Spinning tales about wild hogs and domestic pigs


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Wild hogs are prevalent in Florida.

Throughout Florida, wild hogs (feral hogs or swine) abound. Florida has no free-ranging pure Eurasian wild boars. There are feral domestic pigs and hybrids (domestic pig and Eurasian wild boar). 

Domestication of pigs occurred thousands of years ago. Eventually, explorers relocated pigs. For example, Columbus released eight hogs in the West Indies on his second voyage in 1493. Supposedly, descendants (13 sows) from Cuba were introduced by de Soto to Tampa Bay in 1539. Within 11 months, the population increased to 300.

Owners, including Native Americans, practiced free ranging, and pigs were rounded when needed. Released or escaped, they became wild hogs which now number hundreds of thousands in Florida — a thriving habitat encounters one hog per 32 acres. Yielded yearly are possibly two litters, with up to 13 piglets each. Family groups (sounders) exist, but large boars (males) are generally solitary except when breeding. Boars become difficult to control or hunt, and may run as fast as 30 miles per hour. 

These opportunistic omnivores can weigh from 150 to more than 250 pounds. Grass, leaves, fruits, roots, bugs, poultry, baby turtles or fawns may be consumed. 

It is impossible to “sweat like a pig.” Wild and domesticated pigs (close relatives) do not have functional sweat glands, so they root (dig with snouts) to form wallows (depressions) in mud and water to cool off. Mud also provides sunscreen and deters parasites. 

Unfortunately, wild hogs are detrimental. Wallows hurt water quality. Rooting for food promotes erosion. Foraging in agricultural fields and forest plantations ruins harvests. Trees, frequently pine, lose bark from “tusking.” Likewise harmful is rubbing (scratching) against trees. Plus, wild hogs transmit disease. Fortunately, predators such as humans and Florida panthers curb the problematic population. 

Basically, the word hog applies to one raised to produce meat, like many of our domestic pigs. They are abundant — there are more pigs in Denmark than people.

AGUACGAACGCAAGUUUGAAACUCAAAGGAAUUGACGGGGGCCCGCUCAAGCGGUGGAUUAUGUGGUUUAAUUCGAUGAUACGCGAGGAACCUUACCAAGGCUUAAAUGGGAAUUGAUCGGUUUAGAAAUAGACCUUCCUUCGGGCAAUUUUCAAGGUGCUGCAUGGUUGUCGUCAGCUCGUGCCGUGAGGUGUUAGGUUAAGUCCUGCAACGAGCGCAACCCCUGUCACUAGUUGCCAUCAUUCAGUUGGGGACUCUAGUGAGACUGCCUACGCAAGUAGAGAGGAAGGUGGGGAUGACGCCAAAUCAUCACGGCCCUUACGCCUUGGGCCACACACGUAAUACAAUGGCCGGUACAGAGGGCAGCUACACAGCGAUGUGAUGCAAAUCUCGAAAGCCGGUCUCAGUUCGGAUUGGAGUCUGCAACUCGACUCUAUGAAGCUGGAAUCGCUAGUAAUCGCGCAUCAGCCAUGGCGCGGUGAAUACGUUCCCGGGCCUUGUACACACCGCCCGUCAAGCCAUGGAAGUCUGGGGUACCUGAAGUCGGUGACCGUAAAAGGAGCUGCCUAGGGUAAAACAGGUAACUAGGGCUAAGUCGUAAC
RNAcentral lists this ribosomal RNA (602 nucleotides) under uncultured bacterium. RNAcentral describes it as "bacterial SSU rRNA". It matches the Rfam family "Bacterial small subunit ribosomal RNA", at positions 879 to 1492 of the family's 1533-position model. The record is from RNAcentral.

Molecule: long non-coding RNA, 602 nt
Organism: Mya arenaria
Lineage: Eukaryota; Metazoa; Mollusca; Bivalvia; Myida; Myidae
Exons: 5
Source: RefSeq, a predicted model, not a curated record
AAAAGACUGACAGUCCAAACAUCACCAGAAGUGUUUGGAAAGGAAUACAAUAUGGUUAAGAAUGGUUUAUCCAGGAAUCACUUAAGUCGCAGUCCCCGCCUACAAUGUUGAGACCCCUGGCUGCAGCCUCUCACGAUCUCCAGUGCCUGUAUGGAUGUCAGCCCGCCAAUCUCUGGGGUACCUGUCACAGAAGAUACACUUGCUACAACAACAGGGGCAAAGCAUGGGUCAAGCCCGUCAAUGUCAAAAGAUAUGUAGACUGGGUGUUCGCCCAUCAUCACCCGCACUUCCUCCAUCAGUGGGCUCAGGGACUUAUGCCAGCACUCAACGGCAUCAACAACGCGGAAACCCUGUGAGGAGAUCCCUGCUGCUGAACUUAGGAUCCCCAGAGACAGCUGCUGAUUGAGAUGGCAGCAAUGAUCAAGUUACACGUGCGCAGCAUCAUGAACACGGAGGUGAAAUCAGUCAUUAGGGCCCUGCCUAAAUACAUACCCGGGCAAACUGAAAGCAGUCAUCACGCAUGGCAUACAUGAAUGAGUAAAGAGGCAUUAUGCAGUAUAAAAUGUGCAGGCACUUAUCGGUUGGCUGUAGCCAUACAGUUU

Daily, these omnivores eat steadily for several hours. Feed may include corn, soybeans and slop, which is a mixture of grain and produce leftovers. Garbage (swill, hogwash) should be boiled. Pigs root their pen to uncover more food. However, many experts claim they generally do not overeat. They savor food and pace themselves. Understandably, piglets do “pig-out.”

Weight ranges from 110 to 770 pounds. According to Guinness, the biggest pig weighed 2,552 pounds. Big Bill from Tennessee, the runt of the litter, died in 1933. 

Despite wallowing, pigs basically are clean. If space is provided, they keep their pen clean (not like a pigsty) and delegate a section for waste.

Sows build nests in wallows and may birth up to 12 piglets twice a year. The largest reported litter produced 37 piglets; 33 survived.

In some areas, domestic pigs contentedly forage in the woods and are watched by swineherd. They are social and huddle. Regrettably, some are raised in factory farms. Subsequently, there now is a demand for pasture-raised pork.

According to Winston Churchill, pigs see us as equals. Actually, they are intelligent. Communication includes 20 vocalizations. They can be trained to use a litter box or manipulate video-game joysticks. As pets, some are ridden bareback or walked on a leash. 

Pigs are beneficial. Wild hogs damage, yet spread fruit seeds and till the soil for new plants. Domestic pigs provide pigskin for seat covers or apparel; bristles become brushes. Their acute sense of smell detects drugs, land mines or truffles. And they are foremost candidates for organ donation to humans. Pharmaceuticals and medicines are derived from pig co-products. Obviously, we are indebted to these animals!